Ever since Dominic Dromgoole took command of the Oxford Stage Company, its reach has extended far beyond its Oxford boundaries – and I don't just mean geographically. Dromgoole has taken it into a different dimension, a powerhouse of rejuvenation, dusting off old classics with a freshness and vigour you just wish could be emulated elsewhere.

This new residency at the Arcola, in conjunction with Dumbfounded Theatre company, is typically ambitious.

Kicking off a seven-week German season of three neglected pre-First World War plays under the umbrella title of “The Last Waltz”, Wedekind's Musik, written in 1906, translated and considerably overhauled by Neil Fleming (a version first premiered, in fact, at Plymouth's Theatre Royal five years ago) emerges in Deborah Bruce's sensitive, expressionistic, terrifically acted production as a bracingly modern study of hypocrisy, the bourgeoisie, artistic exploitation with a good old swipe at the press along the way.

Add to that a central theme of social stigma and abortion and you can see that in one of those eerie coincidences always popping up in the theatre, Musik has suddenly taken on a topicality never dreamed of when Fleming began his Wedekind emersion or Dromgoole sat down to plan the Arcola programme.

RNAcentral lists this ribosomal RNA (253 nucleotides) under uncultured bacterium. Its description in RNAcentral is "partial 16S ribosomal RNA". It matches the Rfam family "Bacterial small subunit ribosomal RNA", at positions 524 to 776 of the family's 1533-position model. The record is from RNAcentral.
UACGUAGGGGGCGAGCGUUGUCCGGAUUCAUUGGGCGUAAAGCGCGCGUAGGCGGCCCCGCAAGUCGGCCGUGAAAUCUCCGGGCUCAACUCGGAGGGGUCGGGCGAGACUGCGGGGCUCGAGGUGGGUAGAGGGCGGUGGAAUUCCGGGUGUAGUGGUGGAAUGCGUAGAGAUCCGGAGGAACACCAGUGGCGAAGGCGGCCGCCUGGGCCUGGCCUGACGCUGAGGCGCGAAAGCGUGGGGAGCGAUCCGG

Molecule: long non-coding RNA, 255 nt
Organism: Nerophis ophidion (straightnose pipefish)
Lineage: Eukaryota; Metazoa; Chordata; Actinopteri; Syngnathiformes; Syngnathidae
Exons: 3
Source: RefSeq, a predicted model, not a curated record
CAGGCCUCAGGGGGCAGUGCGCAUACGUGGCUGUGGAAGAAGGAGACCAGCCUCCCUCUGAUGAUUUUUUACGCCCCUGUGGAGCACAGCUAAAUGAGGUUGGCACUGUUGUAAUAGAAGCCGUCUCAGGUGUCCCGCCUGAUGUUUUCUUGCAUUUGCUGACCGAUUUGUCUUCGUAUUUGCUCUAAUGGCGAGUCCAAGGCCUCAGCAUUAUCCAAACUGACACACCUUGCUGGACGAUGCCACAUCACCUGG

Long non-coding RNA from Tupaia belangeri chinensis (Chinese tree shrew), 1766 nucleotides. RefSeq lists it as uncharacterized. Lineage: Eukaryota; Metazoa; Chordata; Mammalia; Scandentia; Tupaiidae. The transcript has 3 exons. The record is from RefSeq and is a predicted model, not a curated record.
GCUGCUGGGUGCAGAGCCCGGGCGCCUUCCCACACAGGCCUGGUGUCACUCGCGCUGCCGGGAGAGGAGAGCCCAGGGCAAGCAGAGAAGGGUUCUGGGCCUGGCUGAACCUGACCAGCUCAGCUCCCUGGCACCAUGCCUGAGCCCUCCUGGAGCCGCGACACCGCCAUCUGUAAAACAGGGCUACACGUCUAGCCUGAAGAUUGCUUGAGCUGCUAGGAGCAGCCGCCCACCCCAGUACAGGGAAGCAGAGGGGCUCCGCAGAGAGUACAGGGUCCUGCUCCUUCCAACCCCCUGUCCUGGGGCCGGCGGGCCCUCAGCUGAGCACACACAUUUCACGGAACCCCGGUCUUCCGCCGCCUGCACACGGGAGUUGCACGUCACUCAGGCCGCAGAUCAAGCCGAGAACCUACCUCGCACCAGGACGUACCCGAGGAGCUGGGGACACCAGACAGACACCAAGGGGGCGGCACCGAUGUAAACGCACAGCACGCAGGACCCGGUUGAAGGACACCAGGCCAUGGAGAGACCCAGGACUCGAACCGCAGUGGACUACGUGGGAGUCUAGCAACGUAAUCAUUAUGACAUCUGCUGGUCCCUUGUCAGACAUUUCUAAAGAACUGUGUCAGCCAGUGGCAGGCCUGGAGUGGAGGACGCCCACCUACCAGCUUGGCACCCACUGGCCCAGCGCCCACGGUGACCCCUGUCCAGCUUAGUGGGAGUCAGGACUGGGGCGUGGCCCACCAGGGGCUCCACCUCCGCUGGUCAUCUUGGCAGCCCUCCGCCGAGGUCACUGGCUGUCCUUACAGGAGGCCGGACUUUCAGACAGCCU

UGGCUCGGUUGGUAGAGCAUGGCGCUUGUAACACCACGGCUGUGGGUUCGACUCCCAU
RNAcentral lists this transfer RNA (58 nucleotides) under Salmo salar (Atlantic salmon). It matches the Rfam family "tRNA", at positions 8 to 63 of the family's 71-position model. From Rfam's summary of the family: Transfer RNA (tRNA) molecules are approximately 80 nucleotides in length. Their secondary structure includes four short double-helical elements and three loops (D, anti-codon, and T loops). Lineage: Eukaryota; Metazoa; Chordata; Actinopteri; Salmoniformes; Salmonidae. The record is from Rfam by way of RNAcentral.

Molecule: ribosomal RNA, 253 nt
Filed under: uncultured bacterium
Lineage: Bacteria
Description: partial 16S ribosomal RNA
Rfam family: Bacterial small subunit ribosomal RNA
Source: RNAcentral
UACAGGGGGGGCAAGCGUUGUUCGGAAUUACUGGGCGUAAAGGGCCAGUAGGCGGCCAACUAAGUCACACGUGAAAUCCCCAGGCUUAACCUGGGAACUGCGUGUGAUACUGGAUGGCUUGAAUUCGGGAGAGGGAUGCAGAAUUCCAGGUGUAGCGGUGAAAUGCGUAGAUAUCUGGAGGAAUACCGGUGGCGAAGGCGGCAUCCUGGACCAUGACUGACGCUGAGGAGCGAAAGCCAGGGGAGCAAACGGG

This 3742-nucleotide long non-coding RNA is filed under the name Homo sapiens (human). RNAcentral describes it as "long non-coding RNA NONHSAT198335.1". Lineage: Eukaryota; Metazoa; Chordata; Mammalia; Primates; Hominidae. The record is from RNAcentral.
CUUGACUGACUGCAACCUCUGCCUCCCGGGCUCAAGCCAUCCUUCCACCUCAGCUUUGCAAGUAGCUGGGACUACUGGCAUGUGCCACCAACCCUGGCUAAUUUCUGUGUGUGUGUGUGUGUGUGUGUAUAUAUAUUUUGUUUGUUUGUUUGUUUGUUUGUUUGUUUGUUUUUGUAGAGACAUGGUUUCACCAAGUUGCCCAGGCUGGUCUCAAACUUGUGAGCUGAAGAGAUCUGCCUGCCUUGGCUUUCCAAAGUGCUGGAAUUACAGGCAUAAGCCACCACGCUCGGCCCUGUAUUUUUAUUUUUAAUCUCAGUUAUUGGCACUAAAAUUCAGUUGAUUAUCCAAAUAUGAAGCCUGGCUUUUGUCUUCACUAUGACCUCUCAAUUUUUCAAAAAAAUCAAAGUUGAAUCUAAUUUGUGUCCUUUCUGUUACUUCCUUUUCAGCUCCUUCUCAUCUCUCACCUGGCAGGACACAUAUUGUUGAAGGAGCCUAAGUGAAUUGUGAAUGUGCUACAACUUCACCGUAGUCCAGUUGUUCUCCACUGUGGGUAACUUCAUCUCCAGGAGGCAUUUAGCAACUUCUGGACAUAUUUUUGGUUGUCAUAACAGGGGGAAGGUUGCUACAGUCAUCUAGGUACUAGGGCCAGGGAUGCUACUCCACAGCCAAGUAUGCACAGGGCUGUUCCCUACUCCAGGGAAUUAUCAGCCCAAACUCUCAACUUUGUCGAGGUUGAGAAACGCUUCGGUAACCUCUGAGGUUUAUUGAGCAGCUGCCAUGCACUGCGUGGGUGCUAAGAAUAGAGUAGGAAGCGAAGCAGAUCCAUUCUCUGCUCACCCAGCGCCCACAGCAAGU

Originally written in response to a southern German law that criminalised women who had abortions, Wedekind's stylistically jagged but riveting drama is built around Klara (luminous, name-to-watch Mariah Gale), a young Swiss singer whose emotional entanglement with Munich music teacher, Josef Reissner, results in the termination of her pregnancy.

Wedekind/Fleming, however, use Klara as a kind of lightning conductor through which to illuminate the manipulative depths of Josef (dashingly played by Deka Walmsley) and his moral turpitude.

In strange echoes of Wedekind's Lulu, see how this time it’s the `circus-master' Josef running rings around other people: Klara (an infatuation that leads to prison, a double pregnancy and the edge of madness); his exasperated wife, Else (a reluctant and mystifying colluder); and Franz Lindekuh (superb John Lloyd Fillingham with a touch of the Mark Rylance about him), a supposedly free-thinking `radical' journalist whose campaigning leads him first to inveigh against the act, then against what he conceives – quite rightly but persuaded by Josef it is not so – as an outrageous ménage à trois.

Fascinating stuff. If Musik is anything to go by, we're in for a treat with the rest of “The Last Waltz” repertory season, which continues Hauptmann's Rose Bernd and Schnitzler's Professor Bernhardi until 7 May 2005. Don't miss.

- Carole Woddis